Bulk of Voters Continue to Back Barrett’s Supreme Court Confirmation

48% say the Senate should confirm Ginsburg’s replacement; 31% say it should not

Supreme Court nominee Judge Amy Coney Barrett before the Senate Judiciary Committee on the second day of her Supreme Court confirmation hearing on Capitol Hill on Oct. 13, 2020, in Washington, D.C. Forty-eight percent of voters say the Senate should vote to confirm Barrett, up 2 points from last week. (Demetrius Freeman - Pool/Getty Images)
October 14, 2020 at 6:00 am ET

As the Senate Judiciary Committee considers Judge Amy Coney Barrett’s nomination to replace the late Justice Ruth Bader Ginsburg on the Supreme Court, new Morning Consult/Politico polling shows support for her confirmation remains sturdy.

Forty-eight percent of registered voters in the Oct. 9-11 survey said the Senate should vote to confirm Barrett as a Supreme Court justice, up 2 percentage points from 46 percent in a poll one week ago, though inside the surveys’ 2-point margins of error. Thirty-one percent of voters said the Senate should vote down Barrett’s nomination, unchanged from the previous polling.

The level of support for Barrett’s nomination, an increase of 11 points since President Donald Trump announced her nomination on Sept. 26, also compares favorably with public sentiment toward Justice Brett Kavanaugh prior to the first day of his confirmation hearings in September 2018. At that time, 37 percent of voters said the Senate should vote to confirm Kavanaugh to the court, compared with 29 percent who said it should vote to deny his nomination.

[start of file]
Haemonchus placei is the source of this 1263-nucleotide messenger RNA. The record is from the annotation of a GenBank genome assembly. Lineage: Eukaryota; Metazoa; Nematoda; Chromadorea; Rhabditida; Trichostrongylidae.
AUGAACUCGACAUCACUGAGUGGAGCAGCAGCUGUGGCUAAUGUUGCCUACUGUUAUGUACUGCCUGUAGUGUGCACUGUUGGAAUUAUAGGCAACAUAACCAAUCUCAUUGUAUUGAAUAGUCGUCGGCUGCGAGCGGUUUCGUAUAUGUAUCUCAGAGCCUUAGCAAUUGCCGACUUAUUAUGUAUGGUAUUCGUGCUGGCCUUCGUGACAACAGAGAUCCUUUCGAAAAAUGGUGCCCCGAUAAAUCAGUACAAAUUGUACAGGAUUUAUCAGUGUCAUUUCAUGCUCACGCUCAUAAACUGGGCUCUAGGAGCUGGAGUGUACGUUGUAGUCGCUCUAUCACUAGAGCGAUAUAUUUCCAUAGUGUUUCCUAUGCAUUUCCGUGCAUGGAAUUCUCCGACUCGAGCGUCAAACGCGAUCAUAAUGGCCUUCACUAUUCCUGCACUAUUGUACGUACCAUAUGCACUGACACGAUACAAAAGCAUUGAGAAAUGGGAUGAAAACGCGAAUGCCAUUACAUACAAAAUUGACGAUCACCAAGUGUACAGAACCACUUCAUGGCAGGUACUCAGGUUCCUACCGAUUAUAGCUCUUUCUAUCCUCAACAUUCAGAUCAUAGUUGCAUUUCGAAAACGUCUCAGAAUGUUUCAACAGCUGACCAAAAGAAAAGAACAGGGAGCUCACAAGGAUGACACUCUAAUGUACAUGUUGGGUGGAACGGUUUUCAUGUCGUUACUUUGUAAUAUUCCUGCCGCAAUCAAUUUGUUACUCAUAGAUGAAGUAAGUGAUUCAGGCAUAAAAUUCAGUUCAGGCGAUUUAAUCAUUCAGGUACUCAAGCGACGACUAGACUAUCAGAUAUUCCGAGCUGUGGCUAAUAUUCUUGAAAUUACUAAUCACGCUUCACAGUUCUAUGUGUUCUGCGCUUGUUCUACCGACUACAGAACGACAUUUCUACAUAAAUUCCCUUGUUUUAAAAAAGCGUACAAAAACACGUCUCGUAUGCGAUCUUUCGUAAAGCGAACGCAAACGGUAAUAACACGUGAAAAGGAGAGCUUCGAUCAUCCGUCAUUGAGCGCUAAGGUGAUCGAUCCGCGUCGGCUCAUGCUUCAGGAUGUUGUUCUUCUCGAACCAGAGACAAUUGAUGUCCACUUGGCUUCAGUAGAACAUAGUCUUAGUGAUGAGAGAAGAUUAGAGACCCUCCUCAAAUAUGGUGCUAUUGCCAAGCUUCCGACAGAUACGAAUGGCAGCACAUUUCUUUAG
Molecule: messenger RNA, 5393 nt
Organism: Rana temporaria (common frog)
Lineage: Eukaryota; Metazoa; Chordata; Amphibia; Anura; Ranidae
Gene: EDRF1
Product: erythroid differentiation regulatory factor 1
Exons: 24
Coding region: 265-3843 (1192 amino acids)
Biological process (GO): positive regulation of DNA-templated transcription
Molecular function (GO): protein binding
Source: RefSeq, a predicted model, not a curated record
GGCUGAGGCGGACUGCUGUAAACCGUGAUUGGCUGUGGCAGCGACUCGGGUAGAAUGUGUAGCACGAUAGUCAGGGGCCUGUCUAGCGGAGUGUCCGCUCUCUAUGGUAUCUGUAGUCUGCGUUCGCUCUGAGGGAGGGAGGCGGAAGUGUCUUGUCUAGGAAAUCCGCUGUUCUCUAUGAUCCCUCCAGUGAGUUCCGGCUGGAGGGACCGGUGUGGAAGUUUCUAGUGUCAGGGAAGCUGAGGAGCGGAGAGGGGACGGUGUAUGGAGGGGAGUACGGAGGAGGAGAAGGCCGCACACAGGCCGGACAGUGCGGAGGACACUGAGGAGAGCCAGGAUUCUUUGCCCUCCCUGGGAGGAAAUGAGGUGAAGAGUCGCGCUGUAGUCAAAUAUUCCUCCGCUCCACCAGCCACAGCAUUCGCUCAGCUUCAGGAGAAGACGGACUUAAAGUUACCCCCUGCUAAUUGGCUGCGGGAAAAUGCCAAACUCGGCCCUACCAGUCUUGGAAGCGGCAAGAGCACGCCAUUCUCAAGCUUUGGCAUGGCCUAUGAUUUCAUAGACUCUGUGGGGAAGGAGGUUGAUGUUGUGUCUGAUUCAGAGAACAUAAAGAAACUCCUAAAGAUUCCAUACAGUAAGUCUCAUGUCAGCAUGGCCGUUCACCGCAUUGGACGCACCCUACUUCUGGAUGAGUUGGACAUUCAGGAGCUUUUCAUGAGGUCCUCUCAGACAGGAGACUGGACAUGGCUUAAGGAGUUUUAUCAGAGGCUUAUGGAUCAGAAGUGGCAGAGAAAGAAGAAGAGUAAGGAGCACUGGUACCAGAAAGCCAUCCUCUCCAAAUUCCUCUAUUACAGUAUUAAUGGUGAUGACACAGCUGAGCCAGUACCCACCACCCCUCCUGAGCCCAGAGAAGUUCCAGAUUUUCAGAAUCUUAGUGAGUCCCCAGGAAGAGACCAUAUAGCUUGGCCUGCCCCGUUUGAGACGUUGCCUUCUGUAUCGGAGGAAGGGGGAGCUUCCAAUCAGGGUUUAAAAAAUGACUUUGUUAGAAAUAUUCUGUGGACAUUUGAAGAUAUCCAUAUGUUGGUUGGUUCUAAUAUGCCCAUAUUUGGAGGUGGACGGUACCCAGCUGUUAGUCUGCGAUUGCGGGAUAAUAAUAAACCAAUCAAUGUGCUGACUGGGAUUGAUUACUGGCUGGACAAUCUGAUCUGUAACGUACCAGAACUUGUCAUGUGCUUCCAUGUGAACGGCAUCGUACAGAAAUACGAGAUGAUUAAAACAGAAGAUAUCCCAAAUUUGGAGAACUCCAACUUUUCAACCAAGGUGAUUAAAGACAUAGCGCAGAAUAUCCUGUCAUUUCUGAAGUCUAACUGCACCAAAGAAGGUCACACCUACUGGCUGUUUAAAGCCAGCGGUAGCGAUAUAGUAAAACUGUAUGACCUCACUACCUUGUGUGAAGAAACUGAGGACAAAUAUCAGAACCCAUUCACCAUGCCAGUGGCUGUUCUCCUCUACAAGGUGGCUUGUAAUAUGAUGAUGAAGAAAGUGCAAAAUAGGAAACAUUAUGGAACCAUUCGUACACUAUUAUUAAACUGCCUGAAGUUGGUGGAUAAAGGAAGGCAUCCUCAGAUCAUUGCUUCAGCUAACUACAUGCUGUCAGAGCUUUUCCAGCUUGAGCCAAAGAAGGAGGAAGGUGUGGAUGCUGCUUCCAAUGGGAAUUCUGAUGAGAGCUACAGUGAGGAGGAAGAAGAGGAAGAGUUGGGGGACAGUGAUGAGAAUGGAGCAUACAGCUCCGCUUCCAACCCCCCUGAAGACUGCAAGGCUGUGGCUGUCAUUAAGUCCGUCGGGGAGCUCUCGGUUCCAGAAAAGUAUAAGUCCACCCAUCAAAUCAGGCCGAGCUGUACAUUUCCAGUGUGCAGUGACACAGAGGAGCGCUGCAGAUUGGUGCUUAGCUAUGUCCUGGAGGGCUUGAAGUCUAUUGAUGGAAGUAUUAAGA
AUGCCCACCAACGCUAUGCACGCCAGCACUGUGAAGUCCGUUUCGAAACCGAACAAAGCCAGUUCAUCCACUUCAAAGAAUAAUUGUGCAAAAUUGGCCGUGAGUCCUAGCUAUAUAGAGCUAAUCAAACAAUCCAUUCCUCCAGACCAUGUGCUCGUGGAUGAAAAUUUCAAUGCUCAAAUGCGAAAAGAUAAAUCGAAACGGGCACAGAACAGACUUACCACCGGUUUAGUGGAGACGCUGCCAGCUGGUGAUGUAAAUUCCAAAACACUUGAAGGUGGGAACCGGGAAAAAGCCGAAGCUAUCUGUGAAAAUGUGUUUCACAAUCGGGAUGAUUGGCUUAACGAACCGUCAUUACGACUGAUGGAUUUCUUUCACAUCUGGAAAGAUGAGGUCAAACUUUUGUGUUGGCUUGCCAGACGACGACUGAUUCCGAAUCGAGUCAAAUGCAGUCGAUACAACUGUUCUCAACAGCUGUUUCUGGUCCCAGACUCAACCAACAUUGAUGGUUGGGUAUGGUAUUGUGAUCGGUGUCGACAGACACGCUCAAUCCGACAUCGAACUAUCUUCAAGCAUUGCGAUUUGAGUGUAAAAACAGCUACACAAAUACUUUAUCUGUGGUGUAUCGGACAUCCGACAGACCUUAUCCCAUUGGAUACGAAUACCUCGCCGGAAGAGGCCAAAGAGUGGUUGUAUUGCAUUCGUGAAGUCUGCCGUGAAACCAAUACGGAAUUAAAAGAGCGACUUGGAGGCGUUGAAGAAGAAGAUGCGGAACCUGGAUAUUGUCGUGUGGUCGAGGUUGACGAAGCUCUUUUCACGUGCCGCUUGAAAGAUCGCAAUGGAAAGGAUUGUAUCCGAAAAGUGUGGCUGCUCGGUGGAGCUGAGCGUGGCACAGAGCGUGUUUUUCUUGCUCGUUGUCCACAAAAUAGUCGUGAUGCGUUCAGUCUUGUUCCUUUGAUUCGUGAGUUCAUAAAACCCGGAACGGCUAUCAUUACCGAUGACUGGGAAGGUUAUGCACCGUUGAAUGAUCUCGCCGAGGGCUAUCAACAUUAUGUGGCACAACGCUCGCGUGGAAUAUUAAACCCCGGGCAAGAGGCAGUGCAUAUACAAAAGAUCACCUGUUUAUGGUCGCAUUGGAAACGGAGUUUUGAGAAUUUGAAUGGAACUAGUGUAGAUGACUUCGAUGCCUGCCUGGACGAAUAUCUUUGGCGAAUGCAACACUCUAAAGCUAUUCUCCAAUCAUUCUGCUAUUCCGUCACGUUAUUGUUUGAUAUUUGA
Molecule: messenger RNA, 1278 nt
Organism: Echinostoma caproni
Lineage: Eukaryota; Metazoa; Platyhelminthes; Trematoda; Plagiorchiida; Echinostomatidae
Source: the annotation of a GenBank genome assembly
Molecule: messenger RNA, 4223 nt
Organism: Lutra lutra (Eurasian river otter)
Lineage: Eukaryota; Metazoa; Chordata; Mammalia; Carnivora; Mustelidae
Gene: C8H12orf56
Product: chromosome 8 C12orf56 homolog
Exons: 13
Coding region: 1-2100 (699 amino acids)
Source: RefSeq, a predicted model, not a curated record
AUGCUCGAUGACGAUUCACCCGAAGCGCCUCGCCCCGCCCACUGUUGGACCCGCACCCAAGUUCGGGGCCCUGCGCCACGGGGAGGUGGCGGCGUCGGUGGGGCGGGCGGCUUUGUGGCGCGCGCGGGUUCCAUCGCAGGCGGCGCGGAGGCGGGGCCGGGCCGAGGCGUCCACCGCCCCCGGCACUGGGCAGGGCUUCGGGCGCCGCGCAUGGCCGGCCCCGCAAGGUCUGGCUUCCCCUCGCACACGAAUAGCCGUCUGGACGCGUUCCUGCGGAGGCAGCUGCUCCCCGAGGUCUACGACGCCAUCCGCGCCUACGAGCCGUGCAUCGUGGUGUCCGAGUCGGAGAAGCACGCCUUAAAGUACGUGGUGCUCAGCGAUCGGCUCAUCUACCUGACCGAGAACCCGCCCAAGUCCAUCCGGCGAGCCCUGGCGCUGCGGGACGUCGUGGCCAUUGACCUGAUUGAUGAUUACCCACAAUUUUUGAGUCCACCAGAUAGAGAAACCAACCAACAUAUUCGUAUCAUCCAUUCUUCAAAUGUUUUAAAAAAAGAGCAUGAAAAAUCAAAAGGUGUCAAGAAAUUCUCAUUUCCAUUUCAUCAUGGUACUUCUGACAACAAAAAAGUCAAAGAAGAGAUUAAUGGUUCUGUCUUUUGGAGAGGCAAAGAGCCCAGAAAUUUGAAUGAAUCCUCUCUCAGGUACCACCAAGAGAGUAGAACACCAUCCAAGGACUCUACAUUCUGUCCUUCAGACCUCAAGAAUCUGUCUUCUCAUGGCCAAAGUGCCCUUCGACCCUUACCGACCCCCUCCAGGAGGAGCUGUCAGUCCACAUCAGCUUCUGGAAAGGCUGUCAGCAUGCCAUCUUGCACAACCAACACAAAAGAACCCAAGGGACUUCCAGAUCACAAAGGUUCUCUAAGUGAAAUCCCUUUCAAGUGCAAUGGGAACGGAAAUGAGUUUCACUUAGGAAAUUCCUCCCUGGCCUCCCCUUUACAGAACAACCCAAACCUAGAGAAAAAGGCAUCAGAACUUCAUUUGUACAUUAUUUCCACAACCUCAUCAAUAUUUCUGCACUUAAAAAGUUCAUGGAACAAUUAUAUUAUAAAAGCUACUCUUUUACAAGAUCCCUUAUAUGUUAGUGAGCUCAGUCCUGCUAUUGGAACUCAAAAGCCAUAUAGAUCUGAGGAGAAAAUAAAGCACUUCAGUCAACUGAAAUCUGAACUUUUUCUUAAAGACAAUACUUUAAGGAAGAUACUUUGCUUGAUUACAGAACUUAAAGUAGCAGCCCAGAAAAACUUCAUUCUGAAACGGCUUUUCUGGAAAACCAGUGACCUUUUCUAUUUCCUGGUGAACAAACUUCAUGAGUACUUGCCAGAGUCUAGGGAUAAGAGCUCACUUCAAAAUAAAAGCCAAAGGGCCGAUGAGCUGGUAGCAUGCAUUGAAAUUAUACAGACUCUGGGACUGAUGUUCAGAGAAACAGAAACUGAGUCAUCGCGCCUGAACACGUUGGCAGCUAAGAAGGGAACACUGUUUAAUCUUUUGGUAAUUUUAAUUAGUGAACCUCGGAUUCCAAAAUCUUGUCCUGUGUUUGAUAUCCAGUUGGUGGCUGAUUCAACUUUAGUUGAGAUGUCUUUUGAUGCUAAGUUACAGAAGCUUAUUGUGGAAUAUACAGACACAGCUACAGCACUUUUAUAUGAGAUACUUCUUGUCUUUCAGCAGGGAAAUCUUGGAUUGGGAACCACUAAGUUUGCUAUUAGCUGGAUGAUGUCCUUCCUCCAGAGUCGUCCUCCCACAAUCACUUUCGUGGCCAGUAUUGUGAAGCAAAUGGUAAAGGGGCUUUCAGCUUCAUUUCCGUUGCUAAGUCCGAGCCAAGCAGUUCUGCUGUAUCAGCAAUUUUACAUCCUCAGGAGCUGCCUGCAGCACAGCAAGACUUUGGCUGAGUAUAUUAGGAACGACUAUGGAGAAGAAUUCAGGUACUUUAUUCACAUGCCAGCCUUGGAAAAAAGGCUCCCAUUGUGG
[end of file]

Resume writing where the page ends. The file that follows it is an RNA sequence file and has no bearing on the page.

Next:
At this point in the process, a larger share of Republicans and Democrats are voicing support for Barrett’s nomination than they did for Kavanaugh’s: 77 percent of GOP voters and 27 percent of Democratic voters said Barrett should be confirmed, compared to 67 percent and 15 percent, respectively, who said the same of Kavanaugh ahead of his hearings. 

Turning to more recent trends, the latest poll provides another warning sign for Senate Democrats — process arguments about when the chamber should hold a vote on Barrett’s nomination have yet to sway public opinion.

By an 8-point margin, voters say that the Senate should vote on Barrett’s nomination as soon as possible, rather than wait to see if the president can defeat Democratic nominee Joe Biden on Election Day. 

The preference for an immediate floor vote is largely a function of partisan unity: While 73 percent of Republicans back swift action from the Senate, only 59 percent of Democrats say that the chamber should wait to see who wins the White House. 

Similarly, nearly a quarter (23 percent) of Democrats think the Senate should vote to confirm Barrett as soon as possible, compared with 14 percent of GOP voters who want Republicans to put things on ice for the rest of the month.

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